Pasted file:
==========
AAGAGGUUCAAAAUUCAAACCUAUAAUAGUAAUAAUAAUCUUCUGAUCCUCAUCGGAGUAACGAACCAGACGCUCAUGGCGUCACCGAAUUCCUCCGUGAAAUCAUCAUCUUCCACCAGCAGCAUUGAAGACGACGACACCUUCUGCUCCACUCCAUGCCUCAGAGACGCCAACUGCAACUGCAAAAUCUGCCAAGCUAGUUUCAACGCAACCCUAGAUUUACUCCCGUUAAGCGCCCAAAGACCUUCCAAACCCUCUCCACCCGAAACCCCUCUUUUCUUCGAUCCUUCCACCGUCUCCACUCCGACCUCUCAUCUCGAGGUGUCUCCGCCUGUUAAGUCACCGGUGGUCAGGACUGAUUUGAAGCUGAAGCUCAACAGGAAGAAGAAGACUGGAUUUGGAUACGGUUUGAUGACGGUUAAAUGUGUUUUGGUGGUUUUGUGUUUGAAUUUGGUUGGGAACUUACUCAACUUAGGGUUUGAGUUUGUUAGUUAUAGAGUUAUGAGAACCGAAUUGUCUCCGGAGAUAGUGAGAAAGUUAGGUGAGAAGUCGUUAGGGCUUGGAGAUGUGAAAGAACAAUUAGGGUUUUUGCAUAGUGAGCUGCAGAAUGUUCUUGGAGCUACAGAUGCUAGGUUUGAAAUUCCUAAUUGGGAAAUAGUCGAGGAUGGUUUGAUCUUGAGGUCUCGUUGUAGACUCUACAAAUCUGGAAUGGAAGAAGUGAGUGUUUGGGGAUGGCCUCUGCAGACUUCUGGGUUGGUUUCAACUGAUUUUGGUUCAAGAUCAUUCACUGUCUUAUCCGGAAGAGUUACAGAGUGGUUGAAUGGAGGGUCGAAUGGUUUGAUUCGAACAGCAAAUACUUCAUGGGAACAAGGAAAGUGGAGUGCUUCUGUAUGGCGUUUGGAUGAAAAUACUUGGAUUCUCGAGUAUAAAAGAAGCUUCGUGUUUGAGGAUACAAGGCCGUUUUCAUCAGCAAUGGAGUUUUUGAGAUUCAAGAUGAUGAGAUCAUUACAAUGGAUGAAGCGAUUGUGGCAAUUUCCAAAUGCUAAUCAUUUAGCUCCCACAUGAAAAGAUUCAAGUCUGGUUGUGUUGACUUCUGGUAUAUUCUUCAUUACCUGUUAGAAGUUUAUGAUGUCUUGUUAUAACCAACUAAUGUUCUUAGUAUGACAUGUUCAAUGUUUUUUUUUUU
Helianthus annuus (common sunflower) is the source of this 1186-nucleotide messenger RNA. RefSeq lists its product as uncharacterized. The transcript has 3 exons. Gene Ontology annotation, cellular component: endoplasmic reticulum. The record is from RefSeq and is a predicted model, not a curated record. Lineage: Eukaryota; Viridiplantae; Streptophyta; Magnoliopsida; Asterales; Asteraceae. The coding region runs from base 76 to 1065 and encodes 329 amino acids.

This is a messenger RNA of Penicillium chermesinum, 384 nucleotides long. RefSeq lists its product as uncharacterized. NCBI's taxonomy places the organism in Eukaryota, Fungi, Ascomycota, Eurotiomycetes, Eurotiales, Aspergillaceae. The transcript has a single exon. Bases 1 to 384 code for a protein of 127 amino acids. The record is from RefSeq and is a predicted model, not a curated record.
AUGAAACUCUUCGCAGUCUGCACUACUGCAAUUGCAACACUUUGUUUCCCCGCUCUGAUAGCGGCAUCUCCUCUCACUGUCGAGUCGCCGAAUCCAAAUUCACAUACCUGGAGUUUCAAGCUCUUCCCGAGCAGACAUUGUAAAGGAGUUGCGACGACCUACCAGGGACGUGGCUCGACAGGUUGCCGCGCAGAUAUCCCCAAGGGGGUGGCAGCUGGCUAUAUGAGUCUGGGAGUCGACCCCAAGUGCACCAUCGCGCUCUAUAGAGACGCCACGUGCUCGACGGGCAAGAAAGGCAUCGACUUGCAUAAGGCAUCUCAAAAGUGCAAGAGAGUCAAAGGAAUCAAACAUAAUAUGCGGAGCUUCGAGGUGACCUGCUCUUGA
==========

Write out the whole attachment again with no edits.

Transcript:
AAGAGGUUCAAAAUUCAAACCUAUAAUAGUAAUAAUAAUCUUCUGAUCCUCAUCGGAGUAACGAACCAGACGCUCAUGGCGUCACCGAAUUCCUCCGUGAAAUCAUCAUCUUCCACCAGCAGCAUUGAAGACGACGACACCUUCUGCUCCACUCCAUGCCUCAGAGACGCCAACUGCAACUGCAAAAUCUGCCAAGCUAGUUUCAACGCAACCCUAGAUUUACUCCCGUUAAGCGCCCAAAGACCUUCCAAACCCUCUCCACCCGAAACCCCUCUUUUCUUCGAUCCUUCCACCGUCUCCACUCCGACCUCUCAUCUCGAGGUGUCUCCGCCUGUUAAGUCACCGGUGGUCAGGACUGAUUUGAAGCUGAAGCUCAACAGGAAGAAGAAGACUGGAUUUGGAUACGGUUUGAUGACGGUUAAAUGUGUUUUGGUGGUUUUGUGUUUGAAUUUGGUUGGGAACUUACUCAACUUAGGGUUUGAGUUUGUUAGUUAUAGAGUUAUGAGAACCGAAUUGUCUCCGGAGAUAGUGAGAAAGUUAGGUGAGAAGUCGUUAGGGCUUGGAGAUGUGAAAGAACAAUUAGGGUUUUUGCAUAGUGAGCUGCAGAAUGUUCUUGGAGCUACAGAUGCUAGGUUUGAAAUUCCUAAUUGGGAAAUAGUCGAGGAUGGUUUGAUCUUGAGGUCUCGUUGUAGACUCUACAAAUCUGGAAUGGAAGAAGUGAGUGUUUGGGGAUGGCCUCUGCAGACUUCUGGGUUGGUUUCAACUGAUUUUGGUUCAAGAUCAUUCACUGUCUUAUCCGGAAGAGUUACAGAGUGGUUGAAUGGAGGGUCGAAUGGUUUGAUUCGAACAGCAAAUACUUCAUGGGAACAAGGAAAGUGGAGUGCUUCUGUAUGGCGUUUGGAUGAAAAUACUUGGAUUCUCGAGUAUAAAAGAAGCUUCGUGUUUGAGGAUACAAGGCCGUUUUCAUCAGCAAUGGAGUUUUUGAGAUUCAAGAUGAUGAGAUCAUUACAAUGGAUGAAGCGAUUGUGGCAAUUUCCAAAUGCUAAUCAUUUAGCUCCCACAUGAAAAGAUUCAAGUCUGGUUGUGUUGACUUCUGGUAUAUUCUUCAUUACCUGUUAGAAGUUUAUGAUGUCUUGUUAUAACCAACUAAUGUUCUUAGUAUGACAUGUUCAAUGUUUUUUUUUUU
Helianthus annuus (common sunflower) is the source of this 1186-nucleotide messenger RNA. RefSeq lists its product as uncharacterized. The transcript has 3 exons. Gene Ontology annotation, cellular component: endoplasmic reticulum. The record is from RefSeq and is a predicted model, not a curated record. Lineage: Eukaryota; Viridiplantae; Streptophyta; Magnoliopsida; Asterales; Asteraceae. The coding region runs from base 76 to 1065 and encodes 329 amino acids.

This is a messenger RNA of Penicillium chermesinum, 384 nucleotides long. RefSeq lists its product as uncharacterized. NCBI's taxonomy places the organism in Eukaryota, Fungi, Ascomycota, Eurotiomycetes, Eurotiales, Aspergillaceae. The transcript has a single exon. Bases 1 to 384 code for a protein of 127 amino acids. The record is from RefSeq and is a predicted model, not a curated record.
AUGAAACUCUUCGCAGUCUGCACUACUGCAAUUGCAACACUUUGUUUCCCCGCUCUGAUAGCGGCAUCUCCUCUCACUGUCGAGUCGCCGAAUCCAAAUUCACAUACCUGGAGUUUCAAGCUCUUCCCGAGCAGACAUUGUAAAGGAGUUGCGACGACCUACCAGGGACGUGGCUCGACAGGUUGCCGCGCAGAUAUCCCCAAGGGGGUGGCAGCUGGCUAUAUGAGUCUGGGAGUCGACCCCAAGUGCACCAUCGCGCUCUAUAGAGACGCCACGUGCUCGACGGGCAAGAAAGGCAUCGACUUGCAUAAGGCAUCUCAAAAGUGCAAGAGAGUCAAAGGAAUCAAACAUAAUAUGCGGAGCUUCGAGGUGACCUGCUCUUGA